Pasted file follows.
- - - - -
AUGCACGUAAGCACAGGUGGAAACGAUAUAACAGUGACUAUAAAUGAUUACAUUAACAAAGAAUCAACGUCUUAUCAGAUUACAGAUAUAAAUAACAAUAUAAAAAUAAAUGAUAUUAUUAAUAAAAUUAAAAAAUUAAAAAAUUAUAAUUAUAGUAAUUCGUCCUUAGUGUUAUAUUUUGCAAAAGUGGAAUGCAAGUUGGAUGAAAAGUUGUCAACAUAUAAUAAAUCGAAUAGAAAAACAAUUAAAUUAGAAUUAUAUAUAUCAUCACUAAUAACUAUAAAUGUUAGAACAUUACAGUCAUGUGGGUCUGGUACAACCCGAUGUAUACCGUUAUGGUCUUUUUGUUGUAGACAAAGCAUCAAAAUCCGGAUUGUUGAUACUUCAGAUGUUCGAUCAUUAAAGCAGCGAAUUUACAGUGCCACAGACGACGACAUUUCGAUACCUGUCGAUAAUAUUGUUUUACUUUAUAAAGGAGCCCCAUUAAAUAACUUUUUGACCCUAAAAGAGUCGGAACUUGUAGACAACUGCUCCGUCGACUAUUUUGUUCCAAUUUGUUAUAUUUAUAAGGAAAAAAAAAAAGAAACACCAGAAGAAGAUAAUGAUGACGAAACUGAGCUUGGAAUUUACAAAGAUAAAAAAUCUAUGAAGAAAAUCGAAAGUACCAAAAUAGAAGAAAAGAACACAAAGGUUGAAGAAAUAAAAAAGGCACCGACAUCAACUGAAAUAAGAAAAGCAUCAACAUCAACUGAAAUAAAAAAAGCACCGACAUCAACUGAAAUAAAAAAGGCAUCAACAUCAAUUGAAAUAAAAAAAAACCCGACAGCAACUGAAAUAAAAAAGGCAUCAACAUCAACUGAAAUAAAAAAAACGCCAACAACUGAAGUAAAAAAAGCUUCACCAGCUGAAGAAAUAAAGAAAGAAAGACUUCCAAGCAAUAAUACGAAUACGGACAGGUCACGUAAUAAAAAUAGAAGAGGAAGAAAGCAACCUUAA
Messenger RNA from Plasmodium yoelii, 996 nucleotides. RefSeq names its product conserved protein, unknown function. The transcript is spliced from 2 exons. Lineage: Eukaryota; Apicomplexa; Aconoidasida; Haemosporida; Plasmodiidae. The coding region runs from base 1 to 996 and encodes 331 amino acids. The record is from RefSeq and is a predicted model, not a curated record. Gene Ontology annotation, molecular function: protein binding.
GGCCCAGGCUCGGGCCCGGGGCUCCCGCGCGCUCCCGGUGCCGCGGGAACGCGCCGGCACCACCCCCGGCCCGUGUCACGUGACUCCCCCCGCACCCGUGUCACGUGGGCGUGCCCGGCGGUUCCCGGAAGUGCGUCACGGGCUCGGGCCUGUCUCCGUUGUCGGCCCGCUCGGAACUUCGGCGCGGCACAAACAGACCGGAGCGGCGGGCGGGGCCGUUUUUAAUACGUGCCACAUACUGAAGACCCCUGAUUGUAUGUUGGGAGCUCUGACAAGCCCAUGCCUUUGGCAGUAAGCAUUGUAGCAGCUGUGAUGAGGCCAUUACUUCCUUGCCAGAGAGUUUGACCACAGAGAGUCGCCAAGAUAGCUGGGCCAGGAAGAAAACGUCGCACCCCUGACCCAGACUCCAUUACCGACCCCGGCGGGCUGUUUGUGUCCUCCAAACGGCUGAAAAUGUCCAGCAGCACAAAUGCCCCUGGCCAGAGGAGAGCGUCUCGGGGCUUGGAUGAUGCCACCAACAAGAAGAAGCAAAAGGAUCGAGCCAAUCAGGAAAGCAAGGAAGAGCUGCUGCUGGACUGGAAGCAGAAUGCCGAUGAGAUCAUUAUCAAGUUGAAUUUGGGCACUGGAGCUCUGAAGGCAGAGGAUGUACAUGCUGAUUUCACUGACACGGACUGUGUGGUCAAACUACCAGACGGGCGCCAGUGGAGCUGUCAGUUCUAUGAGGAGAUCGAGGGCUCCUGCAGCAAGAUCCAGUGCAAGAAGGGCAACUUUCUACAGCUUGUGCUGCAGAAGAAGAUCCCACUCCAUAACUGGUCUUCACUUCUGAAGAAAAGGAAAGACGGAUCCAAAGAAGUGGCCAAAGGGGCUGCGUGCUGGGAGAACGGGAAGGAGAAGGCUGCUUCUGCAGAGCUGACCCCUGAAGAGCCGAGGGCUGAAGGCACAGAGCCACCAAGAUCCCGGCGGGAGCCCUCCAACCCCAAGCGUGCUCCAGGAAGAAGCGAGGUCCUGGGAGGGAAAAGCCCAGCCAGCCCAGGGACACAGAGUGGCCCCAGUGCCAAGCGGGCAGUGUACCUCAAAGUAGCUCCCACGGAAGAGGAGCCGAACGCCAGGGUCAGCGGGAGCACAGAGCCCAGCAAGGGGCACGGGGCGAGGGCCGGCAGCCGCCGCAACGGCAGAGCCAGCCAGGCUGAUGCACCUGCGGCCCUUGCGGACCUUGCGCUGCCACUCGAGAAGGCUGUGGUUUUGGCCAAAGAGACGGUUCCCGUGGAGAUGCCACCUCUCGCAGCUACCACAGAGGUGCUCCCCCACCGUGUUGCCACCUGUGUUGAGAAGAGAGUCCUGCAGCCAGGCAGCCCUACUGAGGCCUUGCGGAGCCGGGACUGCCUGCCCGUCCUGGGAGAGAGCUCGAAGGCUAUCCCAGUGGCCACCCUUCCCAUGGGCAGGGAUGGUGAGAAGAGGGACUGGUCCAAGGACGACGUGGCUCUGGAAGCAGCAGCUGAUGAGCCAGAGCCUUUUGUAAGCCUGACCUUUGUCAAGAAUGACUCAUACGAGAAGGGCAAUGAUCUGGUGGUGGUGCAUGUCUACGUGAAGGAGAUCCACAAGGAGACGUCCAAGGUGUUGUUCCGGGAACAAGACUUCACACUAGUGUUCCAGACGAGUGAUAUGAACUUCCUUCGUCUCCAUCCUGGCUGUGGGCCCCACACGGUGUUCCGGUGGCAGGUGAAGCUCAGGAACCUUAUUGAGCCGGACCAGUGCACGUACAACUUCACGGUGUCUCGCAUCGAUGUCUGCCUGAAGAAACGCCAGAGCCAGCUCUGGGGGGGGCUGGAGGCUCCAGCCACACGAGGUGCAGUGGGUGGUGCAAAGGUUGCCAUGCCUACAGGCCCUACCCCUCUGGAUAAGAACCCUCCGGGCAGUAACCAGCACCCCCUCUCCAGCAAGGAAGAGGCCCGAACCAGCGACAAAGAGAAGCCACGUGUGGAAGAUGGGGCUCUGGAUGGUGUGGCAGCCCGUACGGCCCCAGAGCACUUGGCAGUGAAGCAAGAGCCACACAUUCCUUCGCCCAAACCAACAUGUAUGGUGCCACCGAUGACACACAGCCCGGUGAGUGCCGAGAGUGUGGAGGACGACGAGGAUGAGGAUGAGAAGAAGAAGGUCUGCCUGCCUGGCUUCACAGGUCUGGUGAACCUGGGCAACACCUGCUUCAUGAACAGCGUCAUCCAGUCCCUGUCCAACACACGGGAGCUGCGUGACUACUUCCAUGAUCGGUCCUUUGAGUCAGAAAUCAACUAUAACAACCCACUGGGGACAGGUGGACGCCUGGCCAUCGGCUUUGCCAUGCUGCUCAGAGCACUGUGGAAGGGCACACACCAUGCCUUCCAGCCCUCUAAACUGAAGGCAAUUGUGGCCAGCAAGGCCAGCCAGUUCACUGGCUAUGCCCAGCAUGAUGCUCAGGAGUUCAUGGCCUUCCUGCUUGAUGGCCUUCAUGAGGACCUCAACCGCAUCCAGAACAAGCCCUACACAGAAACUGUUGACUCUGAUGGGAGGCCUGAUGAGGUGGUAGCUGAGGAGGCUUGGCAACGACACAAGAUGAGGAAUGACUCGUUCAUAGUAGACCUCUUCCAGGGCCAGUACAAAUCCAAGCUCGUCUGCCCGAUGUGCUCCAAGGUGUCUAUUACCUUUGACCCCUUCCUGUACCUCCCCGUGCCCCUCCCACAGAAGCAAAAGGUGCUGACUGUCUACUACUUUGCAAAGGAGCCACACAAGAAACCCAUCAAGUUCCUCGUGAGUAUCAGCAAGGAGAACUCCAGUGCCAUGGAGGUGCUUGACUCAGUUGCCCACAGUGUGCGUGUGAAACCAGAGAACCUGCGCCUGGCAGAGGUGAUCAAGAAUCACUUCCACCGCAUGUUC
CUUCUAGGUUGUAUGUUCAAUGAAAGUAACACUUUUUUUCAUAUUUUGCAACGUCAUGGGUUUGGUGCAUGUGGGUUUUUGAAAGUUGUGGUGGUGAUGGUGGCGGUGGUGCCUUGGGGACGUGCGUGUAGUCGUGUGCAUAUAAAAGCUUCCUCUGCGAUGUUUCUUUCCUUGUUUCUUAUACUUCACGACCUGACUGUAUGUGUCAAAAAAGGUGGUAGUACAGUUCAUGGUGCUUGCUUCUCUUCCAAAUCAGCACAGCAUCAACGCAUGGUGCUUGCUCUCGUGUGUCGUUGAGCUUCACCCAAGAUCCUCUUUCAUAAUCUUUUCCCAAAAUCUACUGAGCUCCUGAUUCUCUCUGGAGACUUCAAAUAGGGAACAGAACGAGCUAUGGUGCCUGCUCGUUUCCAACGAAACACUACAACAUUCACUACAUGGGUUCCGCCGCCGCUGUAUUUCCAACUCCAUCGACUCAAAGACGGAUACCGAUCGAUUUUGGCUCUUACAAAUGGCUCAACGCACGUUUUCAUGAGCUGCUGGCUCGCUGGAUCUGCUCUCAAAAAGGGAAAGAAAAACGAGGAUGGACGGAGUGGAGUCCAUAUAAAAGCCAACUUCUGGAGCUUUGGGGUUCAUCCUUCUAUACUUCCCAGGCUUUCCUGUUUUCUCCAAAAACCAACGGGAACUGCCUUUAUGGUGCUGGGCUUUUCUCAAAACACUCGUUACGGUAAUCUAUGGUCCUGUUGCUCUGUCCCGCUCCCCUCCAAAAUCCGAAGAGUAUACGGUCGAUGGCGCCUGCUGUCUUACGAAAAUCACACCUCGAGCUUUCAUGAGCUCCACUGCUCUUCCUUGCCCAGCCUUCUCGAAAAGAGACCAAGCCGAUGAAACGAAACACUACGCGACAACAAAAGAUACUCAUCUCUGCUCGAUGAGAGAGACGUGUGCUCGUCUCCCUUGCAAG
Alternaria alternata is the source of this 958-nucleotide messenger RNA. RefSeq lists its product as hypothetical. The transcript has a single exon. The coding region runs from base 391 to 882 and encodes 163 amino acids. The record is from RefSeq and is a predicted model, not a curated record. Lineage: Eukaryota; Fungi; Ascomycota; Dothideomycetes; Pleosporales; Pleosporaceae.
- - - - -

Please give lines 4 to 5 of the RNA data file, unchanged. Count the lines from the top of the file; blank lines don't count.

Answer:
CUUCUAGGUUGUAUGUUCAAUGAAAGUAACACUUUUUUUCAUAUUUUGCAACGUCAUGGGUUUGGUGCAUGUGGGUUUUUGAAAGUUGUGGUGGUGAUGGUGGCGGUGGUGCCUUGGGGACGUGCGUGUAGUCGUGUGCAUAUAAAAGCUUCCUCUGCGAUGUUUCUUUCCUUGUUUCUUAUACUUCACGACCUGACUGUAUGUGUCAAAAAAGGUGGUAGUACAGUUCAUGGUGCUUGCUUCUCUUCCAAAUCAGCACAGCAUCAACGCAUGGUGCUUGCUCUCGUGUGUCGUUGAGCUUCACCCAAGAUCCUCUUUCAUAAUCUUUUCCCAAAAUCUACUGAGCUCCUGAUUCUCUCUGGAGACUUCAAAUAGGGAACAGAACGAGCUAUGGUGCCUGCUCGUUUCCAACGAAACACUACAACAUUCACUACAUGGGUUCCGCCGCCGCUGUAUUUCCAACUCCAUCGACUCAAAGACGGAUACCGAUCGAUUUUGGCUCUUACAAAUGGCUCAACGCACGUUUUCAUGAGCUGCUGGCUCGCUGGAUCUGCUCUCAAAAAGGGAAAGAAAAACGAGGAUGGACGGAGUGGAGUCCAUAUAAAAGCCAACUUCUGGAGCUUUGGGGUUCAUCCUUCUAUACUUCCCAGGCUUUCCUGUUUUCUCCAAAAACCAACGGGAACUGCCUUUAUGGUGCUGGGCUUUUCUCAAAACACUCGUUACGGUAAUCUAUGGUCCUGUUGCUCUGUCCCGCUCCCCUCCAAAAUCCGAAGAGUAUACGGUCGAUGGCGCCUGCUGUCUUACGAAAAUCACACCUCGAGCUUUCAUGAGCUCCACUGCUCUUCCUUGCCCAGCCUUCUCGAAAAGAGACCAAGCCGAUGAAACGAAACACUACGCGACAACAAAAGAUACUCAUCUCUGCUCGAUGAGAGAGACGUGUGCUCGUCUCCCUUGCAAG
Alternaria alternata is the source of this 958-nucleotide messenger RNA. RefSeq lists its product as hypothetical. The transcript has a single exon. The coding region runs from base 391 to 882 and encodes 163 amino acids. The record is from RefSeq and is a predicted model, not a curated record. Lineage: Eukaryota; Fungi; Ascomycota; Dothideomycetes; Pleosporales; Pleosporaceae.